Apparently bored with Rysbank and political life, in the summer of 1543, Carew applied to join the army of Sir John Wallop in Flanders as a lieutenant general of horse. Although Carew was an accomplished jouster, he was tactically inexperienced and learned the military arts through his position on Wallop's army council. Along with his brother Peter, Carew saw action in skirmishes outside the French held towns of Thérouanne and Landrecis during Wallop's campaigns against the towns. At Landrecis, Carew twice came close to disaster, almost being killed by a sniper's bullet during the summer and in Nov actually being captured after pursuing a fleeing band of French cavalry too far and finding himself isolated. He was soon freed however by the express request of Henry VIII and returned to the English army. In 1544, Carew brought 20 soldiers to join Wallop's campaign against Boulogne and he was also given a subordinate naval command under Dudley in the English Channel.

In Jul 1545, with a French invasion expected, Carew was called to King Henry VIII's council of war aboard his flagship Great Harry in Portsmouth. There Carew was appointed Vice-Admiral in charge of the fleet in Portsmouth and presented with a golden whistle as a symbol of his office. The French fleet landed on the Isle of Wight the same day and shortly afterwards sailed for Portsmouth. The French force greatly outnumbered the English, mustering 175 ships including 25 great galleys. Carew, commanding the flagship of the British carrack fleet, the huge Mary Rose sailed to meet them and as he did so, disaster struck.

It will never be known exactly why the Mary Rose sank in the entrance to Portsmouth harbour on 19 Jul 1545, but it is thought that Carew's despairing last words, called to his uncle Gawen aboard the Matthew Gonson that he "he had a sort of knaves he could not rule", indicate command and discipline problems. Carew too had only taken command of the ship that day and his authority was far from assured. He would also have been completely unaware of the dangerous combination of winds and tides which makes the Solent a particulaly dangerous body of water. Modern studies have also indicated that the 700-ton warship was dangerously overloaded with nealy 500 men aboard, including many fully armed and armoured soldiers.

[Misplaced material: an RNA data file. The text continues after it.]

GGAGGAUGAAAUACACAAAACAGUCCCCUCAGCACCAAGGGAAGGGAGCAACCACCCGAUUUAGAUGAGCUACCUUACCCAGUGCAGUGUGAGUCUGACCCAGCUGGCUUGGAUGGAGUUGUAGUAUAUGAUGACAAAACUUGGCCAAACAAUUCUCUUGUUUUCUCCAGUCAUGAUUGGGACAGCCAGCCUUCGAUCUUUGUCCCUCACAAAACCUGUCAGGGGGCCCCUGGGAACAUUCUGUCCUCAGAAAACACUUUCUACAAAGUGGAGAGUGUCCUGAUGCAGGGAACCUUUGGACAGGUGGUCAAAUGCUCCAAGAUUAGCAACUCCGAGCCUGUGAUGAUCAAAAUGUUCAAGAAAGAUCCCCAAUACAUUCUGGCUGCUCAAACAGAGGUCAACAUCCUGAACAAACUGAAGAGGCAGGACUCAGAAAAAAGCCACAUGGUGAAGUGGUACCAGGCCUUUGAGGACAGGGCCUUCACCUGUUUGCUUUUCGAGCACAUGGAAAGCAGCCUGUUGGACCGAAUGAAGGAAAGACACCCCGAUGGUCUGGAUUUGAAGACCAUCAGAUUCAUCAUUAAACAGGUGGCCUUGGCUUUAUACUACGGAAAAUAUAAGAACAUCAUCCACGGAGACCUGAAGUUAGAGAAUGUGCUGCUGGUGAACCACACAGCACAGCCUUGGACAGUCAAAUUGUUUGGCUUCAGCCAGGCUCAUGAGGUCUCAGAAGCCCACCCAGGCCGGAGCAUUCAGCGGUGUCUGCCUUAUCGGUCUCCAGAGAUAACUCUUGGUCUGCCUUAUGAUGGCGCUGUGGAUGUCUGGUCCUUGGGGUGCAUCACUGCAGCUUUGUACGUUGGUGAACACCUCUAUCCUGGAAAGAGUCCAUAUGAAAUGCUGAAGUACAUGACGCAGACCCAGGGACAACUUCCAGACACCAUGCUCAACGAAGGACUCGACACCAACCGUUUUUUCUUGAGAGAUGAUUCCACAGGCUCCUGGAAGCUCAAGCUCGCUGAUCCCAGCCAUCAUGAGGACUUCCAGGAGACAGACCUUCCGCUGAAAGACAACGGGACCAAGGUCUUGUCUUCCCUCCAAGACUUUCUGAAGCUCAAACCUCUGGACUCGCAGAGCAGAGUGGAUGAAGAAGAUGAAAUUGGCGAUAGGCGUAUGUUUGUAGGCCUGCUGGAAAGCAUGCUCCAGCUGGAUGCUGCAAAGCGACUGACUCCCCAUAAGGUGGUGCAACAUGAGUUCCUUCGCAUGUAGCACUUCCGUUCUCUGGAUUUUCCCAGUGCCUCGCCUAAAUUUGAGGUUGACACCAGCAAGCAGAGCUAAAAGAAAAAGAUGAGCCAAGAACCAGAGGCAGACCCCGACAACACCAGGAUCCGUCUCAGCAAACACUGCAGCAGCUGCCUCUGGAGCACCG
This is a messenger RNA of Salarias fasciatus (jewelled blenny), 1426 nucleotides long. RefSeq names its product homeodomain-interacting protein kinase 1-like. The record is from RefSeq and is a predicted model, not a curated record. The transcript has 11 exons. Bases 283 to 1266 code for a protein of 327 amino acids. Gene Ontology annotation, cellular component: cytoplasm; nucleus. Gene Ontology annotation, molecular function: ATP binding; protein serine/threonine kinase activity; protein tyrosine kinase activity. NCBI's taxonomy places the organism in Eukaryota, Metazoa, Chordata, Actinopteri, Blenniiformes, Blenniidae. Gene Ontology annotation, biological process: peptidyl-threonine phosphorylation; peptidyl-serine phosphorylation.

Regardless of the cause, the Mary Rose heeled over and sank within sight of the French, shortly after battle had been joined. Of the 500 aboard less than 25 survived and Carew was not amongst them. His body was never recovered. Despite the disaster, the French fleet failed to effectively engage the English and turned to perform minor raids elsewhere on the coast, returning to France in Aug. Carew's widow was given a job in the King's household as a lady in waiting to Henry's daughters Mary and Elizabeth and later married Sir Arthur Champernowne, dying in 1570. When the Mary Rose was raised nearly 450 years later, pewter plates stamped with "G.C.", Carew's inititals, were amongst the artefacts recovered.